Jack Elway and Dennis Erickson weren’t trying to revolutionize college football in the late 1970s. They were just trying to win a football game.
It was 1979 and Elway was the head coach at San Jose State. Erickson was his offensive coordinator.
The Spartans had lost several of their running backs to injuries, so Elway decided to borrow an offensive scheme he had first seen at Granada Hills, Calif., the high school where his son, John, played quarterback.
He lined up just one running back behind his quarterback. He sent three, four, sometimes five wide receivers out on every play.
The spread offense — so named because it spreads defenses out — was introduced on a national stage and now, 29 years later, it has changed the way college football is played.
“It’s made a big difference,” Erickson said.
Division I-AA Appalachian State used the spread to go into the Big House in September and stun Michigan.
Missouri quarterback Chase Daniel used the spread to finish fourth in the Heisman Trophy balloting and nearly lead Missouri to a berth in the national championship game.
The spread turned West Virginia into a national power, Hawaii into an undefeated Sugar Bowl team and enabled Florida quarterback Tim Tebow to become the first player in NCAA history to run for 20 touchdowns and throw for 20 scores in the same season.
Oh, and that new offense Auburn introduced in Tuesday’s Chick-fil-A bowl?
Yup, the spread.
“You’re going to see more and more of it in this day and age,” Oklahoma defensive coordinator Brent Venables said.
Schools like Appalachian State, Hawaii and yes, even West Virginia, don’t routinely sign the physically dominant players that show up on the doorstep of traditional powers like Ohio State, LSU or USC.
The spread offense, however, isn’t predicated on size. It’s built for speed and deception. And it’s far easier to find a quick high school athlete than it is the 6-foot-4, 235-pound linebacker.
Appalachian State, for example, didn’t have one player on its roster who was recruited by Michigan. But its team speed was so much greater the Wolverines looked like they were running in wet cement.
“You can use the 5-6, 5-7, 5-8 kid who can run like heck but isn’t being recruited by the big schools,” Erickson said. “It’s an opportunity for smaller schools to be successful.”
What the spread does is create mismatches for an offense. Line up five wide receivers, and one of them might have to be covered by a linebacker. A defense stretched from sideline to sideline also has a more difficult time stopping the run game because there are fewer players devoted to it.
In addition, the spread benefits smaller quarterbacks like the 6-foot Daniel. He lines up in the shotgun on every play, giving him a better view of the defense’s coverage than if he took the snap and dropped back.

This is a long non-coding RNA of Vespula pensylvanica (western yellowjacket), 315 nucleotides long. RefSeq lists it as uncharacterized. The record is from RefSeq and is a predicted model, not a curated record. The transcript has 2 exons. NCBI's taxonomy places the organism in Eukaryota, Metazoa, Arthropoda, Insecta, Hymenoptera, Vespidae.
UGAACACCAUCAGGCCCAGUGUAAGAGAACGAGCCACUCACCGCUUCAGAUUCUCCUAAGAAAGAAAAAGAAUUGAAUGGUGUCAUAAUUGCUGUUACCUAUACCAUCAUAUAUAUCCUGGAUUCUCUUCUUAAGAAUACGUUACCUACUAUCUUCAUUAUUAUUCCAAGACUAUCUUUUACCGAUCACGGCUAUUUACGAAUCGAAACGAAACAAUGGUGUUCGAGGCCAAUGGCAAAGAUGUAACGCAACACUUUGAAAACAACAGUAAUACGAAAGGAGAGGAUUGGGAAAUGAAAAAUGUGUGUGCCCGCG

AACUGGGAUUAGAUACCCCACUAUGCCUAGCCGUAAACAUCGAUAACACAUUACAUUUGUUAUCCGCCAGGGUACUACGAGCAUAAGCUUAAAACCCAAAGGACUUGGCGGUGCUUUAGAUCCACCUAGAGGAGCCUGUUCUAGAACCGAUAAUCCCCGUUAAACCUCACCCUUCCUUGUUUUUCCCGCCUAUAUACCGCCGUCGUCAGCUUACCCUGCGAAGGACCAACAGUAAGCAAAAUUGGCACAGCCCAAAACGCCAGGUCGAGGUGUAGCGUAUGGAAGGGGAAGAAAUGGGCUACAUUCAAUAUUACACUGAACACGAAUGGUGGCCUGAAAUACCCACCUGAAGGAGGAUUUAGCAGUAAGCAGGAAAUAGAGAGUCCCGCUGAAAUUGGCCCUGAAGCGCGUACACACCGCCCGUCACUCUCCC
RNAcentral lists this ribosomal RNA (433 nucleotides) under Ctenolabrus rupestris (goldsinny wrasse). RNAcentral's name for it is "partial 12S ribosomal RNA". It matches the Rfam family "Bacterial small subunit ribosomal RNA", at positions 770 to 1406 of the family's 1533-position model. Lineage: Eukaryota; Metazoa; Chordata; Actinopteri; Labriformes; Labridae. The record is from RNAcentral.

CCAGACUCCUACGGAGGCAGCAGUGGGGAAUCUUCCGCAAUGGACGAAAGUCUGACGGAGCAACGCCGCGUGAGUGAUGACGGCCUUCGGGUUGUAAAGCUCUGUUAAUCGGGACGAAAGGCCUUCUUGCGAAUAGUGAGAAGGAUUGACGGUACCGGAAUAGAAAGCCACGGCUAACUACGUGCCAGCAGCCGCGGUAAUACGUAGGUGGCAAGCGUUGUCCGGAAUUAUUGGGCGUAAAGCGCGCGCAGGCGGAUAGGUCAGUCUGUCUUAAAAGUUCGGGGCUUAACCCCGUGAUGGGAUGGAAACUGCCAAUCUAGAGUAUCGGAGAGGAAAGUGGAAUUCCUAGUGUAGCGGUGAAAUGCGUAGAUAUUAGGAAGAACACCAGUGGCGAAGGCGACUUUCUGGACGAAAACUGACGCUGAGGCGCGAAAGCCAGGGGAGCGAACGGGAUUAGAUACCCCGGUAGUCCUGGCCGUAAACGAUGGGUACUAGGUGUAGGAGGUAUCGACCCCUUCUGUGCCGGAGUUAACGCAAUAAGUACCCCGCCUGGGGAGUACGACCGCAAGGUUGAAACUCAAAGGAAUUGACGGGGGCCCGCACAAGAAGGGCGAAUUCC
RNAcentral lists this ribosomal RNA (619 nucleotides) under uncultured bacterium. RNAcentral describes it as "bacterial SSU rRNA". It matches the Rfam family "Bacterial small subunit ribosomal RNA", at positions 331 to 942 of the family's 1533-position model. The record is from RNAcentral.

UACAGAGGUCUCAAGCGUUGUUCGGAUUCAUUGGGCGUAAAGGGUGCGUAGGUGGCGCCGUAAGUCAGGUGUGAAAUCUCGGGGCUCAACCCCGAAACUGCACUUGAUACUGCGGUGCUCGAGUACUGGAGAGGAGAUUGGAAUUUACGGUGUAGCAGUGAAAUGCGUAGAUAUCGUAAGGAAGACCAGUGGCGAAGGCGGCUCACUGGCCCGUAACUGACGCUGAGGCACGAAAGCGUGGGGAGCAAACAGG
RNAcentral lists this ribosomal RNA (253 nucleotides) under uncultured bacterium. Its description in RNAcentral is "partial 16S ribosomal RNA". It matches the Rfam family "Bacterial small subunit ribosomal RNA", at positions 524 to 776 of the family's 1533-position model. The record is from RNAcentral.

“Size doesn’t really matter when you’re running that offense,” said Oklahoma defensive end Auston English, who saw more than his share of spread offenses this season in Missouri, Oklahoma State, Baylor, Tulsa and Texas Tech. “You see a lot of small guys running it and speedy guys who can make plays with their feet. It gives offenses so many one-on-one matchups that it’s hard for defenses to be better at every position.”
No program, with the possible exception of Hawaii, is a greater testament to the spread’s success than West Virginia, which will play Oklahoma in Wednesday’s Fiesta Bowl.
Rich Rodriguez, who recently left the Mountaineers to take the Michigan coaching job, used the spread-option — he incorporated some aspects of the option offense into the spread — to win at least eight games in five of his six seasons at West Virginia.
His predecessor, Don Nehlen, won eight games or more just nine times in his 21-year coaching career.
“We make people cover the whole field,” said quarterback Pat White, who epitomizes the new breed, someone who can run the ball (3,356 career rushing yards) and throw it (4,031 career passing yards). “It gives them fits.”
The spread is, if you’ll excuse the expression, spreading beyond college football.
Scottsdale Notre Dame won the 4A Division II title this season with the spread; Cave Creek Cactus Shadows threw the ball all over the yard to capture the 4A-II title last year.
The spread will come full circle next fall. Erickson said he plans to incorporate more four- and five-wide receiver sets in ASU’s offense.
“Defenses will eventually catch up, but right now it works,” Erickson said.
Just ask Michigan.
Listen to Scott Bordow every Monday at 3:25 p.m. on The Fan (1060 AM) with Bob Kemp.